Forgive Quickly and Completely

There are times when a bruise goes deep because it is simply piling onto a hurt that was never dealt with.  I have never found that time has helped me forgive.  The longer I wait the more opportunity there is for misunderstandings and bitterness.  The best medicine is forgiveness quickly applied.  Jesus forgave those who were crucifying him while He was being crucified.  Stephen forgave those who were stoning him while he was being stoned.  It is when we hold onto hurt and forgive partly, that we are quick to associate the negative and suddenly we are feeling something so much larger than the particular issue.

Know Yourself

We all need to be nourishing our souls and our bodies.  We need to know our spiritual well-being.  Since responding appropriately is a fruit of the Spirit, how are you doing in your walk with Lord?  If you have ground to a halt in your Bible reading, prayer life, worship, fellowship, then you are probably not going to be showing the fruit that you want.

We need to know our physical well-being.  Are you getting enough sleep, are you eating nutritious foods, are you exercising, are you sick?  We never respond well when we are worn down physically.

We need to know our personalities.  If you are not a quick thinker, then don’t put yourself into a debate.  If you have a tendency to be blunt, then don’t put yourself into a situation that requires an immediate response (sleep on it before shooting off that email).  If a particular person has a way of bruising you deeply, then position yourself so that they don’t have a clean shot at you.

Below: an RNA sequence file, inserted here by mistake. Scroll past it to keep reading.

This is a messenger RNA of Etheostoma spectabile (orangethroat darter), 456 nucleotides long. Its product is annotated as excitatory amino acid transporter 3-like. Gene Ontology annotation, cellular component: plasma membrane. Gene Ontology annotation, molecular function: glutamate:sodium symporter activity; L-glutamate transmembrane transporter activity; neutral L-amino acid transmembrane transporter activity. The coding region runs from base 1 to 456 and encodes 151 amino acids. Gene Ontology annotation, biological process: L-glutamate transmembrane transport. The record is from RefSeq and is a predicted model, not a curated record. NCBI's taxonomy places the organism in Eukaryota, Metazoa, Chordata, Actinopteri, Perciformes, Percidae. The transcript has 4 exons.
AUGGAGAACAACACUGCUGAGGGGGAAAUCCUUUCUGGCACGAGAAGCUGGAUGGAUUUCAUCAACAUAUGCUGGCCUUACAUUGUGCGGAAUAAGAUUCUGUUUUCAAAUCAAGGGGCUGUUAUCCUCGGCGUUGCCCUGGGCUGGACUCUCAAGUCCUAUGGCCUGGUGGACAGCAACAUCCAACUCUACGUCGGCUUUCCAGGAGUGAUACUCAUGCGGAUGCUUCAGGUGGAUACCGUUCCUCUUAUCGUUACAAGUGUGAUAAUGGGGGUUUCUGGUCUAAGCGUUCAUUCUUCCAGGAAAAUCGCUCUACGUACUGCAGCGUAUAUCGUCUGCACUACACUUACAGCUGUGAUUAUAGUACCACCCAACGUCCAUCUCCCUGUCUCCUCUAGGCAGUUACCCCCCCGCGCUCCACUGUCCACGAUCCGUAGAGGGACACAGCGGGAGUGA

This life is full of rude and insulting people who have the ability to bruise us.  It is inevitable that we will be bruised while we are out being faithful to the second greatest commandment – loving our neighbors as ourselves.  We will take some shots.

However, those bruises will not go deep enough to really hurt if we are walking in the Spirit, have the fruit of the  Spirit, and are wise about the paths that we take.

PRAYER: Father, forgive me for those times where I have not responded as I should.  Forgive me for all of those time where I have allowed myself to be discouraged by an unkind or insensitive word.  Lord, I know that my worth is found in You.  I know that You love me.  I know that You are doing wonderful and good things through this life that I am in.  Lord, please continue your work of sanctification in my life.  Lord, I pray that all the fruit of your Spirit will be evident in my life.  Give me the “thick-skin” of  a child of God who is filled by your Spirit.     Amen